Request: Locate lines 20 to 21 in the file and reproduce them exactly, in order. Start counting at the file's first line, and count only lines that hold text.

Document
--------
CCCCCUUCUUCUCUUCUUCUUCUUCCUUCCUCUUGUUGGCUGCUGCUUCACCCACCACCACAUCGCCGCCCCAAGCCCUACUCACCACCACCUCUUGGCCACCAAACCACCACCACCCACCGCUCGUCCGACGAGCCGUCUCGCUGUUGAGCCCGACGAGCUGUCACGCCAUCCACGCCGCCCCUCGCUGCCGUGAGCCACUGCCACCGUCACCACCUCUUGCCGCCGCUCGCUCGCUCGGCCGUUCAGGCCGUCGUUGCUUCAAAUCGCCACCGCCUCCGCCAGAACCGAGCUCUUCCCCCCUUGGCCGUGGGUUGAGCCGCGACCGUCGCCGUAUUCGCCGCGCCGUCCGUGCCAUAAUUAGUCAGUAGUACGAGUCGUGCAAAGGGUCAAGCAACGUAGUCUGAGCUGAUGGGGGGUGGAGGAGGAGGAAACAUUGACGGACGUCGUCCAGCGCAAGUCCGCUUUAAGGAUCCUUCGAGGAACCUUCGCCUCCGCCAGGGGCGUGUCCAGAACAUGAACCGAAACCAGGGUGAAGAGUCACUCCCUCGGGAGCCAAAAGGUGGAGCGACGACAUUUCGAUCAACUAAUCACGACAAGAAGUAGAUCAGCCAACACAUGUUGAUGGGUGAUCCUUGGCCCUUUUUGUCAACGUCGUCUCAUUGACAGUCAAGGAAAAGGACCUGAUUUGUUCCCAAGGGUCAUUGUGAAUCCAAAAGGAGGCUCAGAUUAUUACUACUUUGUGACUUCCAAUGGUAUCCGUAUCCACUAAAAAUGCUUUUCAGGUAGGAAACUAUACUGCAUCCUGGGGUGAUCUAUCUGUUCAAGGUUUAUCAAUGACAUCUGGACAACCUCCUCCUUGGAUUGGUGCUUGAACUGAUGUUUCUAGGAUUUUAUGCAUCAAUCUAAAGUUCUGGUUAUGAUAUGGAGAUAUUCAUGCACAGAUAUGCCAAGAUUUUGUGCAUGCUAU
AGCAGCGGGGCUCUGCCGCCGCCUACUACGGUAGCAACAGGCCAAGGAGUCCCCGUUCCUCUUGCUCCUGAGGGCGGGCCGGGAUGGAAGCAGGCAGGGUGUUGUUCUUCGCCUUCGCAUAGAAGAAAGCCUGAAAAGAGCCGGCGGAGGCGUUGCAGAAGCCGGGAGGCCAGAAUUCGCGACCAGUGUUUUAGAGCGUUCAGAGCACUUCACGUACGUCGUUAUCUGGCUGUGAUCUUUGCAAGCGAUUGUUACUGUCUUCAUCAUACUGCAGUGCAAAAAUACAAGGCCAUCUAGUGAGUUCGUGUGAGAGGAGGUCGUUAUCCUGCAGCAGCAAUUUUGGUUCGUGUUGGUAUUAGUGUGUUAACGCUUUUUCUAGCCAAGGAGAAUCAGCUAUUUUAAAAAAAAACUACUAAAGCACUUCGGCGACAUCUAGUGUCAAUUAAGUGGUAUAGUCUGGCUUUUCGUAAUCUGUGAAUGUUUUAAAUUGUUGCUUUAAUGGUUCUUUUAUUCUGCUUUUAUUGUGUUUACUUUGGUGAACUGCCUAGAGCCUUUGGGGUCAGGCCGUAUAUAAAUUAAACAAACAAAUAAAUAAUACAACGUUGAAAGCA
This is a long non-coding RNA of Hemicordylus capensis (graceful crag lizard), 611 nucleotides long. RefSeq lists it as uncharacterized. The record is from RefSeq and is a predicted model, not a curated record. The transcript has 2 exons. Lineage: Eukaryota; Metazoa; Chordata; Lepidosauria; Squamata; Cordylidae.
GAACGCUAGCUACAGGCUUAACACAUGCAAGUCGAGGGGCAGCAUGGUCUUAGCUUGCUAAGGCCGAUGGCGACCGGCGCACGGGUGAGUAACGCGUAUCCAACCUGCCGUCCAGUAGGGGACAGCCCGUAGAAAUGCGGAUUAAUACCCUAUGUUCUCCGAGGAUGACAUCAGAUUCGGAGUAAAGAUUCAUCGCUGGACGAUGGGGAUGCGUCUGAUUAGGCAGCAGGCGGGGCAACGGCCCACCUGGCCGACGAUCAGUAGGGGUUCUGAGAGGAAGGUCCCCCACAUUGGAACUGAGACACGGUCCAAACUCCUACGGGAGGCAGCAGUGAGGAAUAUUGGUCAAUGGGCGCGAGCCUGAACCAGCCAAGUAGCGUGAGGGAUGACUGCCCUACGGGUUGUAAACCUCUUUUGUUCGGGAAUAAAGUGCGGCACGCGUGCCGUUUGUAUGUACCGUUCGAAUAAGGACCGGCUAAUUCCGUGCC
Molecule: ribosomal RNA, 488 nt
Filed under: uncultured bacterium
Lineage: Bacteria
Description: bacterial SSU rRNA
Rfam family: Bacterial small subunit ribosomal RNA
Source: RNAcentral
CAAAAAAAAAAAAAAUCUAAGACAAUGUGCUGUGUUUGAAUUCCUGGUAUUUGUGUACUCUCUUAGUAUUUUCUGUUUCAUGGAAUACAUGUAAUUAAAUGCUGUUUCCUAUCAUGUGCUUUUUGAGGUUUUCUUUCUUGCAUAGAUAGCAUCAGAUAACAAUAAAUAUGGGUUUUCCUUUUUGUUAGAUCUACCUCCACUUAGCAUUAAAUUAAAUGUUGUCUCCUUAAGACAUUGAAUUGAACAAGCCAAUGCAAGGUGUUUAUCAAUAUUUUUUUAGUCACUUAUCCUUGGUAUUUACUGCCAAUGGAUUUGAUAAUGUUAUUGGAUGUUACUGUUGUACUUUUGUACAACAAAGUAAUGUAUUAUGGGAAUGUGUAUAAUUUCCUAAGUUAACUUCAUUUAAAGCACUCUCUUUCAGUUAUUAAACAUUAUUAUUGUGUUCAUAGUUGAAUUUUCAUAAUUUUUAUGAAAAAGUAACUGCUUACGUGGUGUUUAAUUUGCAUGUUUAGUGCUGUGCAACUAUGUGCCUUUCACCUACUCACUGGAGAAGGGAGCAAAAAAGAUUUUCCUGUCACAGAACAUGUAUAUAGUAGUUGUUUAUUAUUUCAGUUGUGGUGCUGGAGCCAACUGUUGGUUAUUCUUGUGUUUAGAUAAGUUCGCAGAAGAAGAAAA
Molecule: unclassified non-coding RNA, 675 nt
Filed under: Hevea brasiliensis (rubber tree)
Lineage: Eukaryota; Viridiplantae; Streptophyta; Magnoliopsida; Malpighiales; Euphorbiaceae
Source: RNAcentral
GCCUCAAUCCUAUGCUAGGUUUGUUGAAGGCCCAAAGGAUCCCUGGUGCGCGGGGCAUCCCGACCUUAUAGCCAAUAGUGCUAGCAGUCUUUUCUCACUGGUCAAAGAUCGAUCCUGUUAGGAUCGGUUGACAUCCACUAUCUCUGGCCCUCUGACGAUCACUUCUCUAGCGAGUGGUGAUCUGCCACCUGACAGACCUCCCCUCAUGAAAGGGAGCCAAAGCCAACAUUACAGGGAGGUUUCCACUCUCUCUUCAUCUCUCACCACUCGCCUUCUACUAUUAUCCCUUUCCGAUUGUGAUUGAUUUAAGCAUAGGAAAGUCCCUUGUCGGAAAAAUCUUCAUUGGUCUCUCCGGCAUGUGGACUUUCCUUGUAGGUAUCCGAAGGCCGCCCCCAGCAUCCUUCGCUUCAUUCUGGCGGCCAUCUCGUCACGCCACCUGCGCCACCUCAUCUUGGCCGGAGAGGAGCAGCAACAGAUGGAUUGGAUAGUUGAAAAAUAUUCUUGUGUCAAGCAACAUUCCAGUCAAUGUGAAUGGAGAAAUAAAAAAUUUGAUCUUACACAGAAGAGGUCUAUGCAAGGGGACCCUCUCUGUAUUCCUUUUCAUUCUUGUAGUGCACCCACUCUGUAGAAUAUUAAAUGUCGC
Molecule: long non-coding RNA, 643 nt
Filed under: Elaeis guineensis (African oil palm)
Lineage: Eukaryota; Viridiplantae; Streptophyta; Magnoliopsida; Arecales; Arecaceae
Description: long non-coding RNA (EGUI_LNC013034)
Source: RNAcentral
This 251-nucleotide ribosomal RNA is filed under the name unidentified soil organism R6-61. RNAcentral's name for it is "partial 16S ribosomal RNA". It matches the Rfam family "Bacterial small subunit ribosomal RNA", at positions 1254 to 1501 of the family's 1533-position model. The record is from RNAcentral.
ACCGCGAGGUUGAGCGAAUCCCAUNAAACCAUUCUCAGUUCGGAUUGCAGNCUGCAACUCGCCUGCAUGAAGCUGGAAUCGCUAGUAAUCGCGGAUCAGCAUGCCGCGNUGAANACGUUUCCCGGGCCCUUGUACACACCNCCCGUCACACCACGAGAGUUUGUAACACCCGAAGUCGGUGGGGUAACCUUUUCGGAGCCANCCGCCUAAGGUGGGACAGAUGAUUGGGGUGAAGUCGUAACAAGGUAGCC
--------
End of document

Description: long non-coding RNA (EGUI_LNC013034)
Source: RNAcentral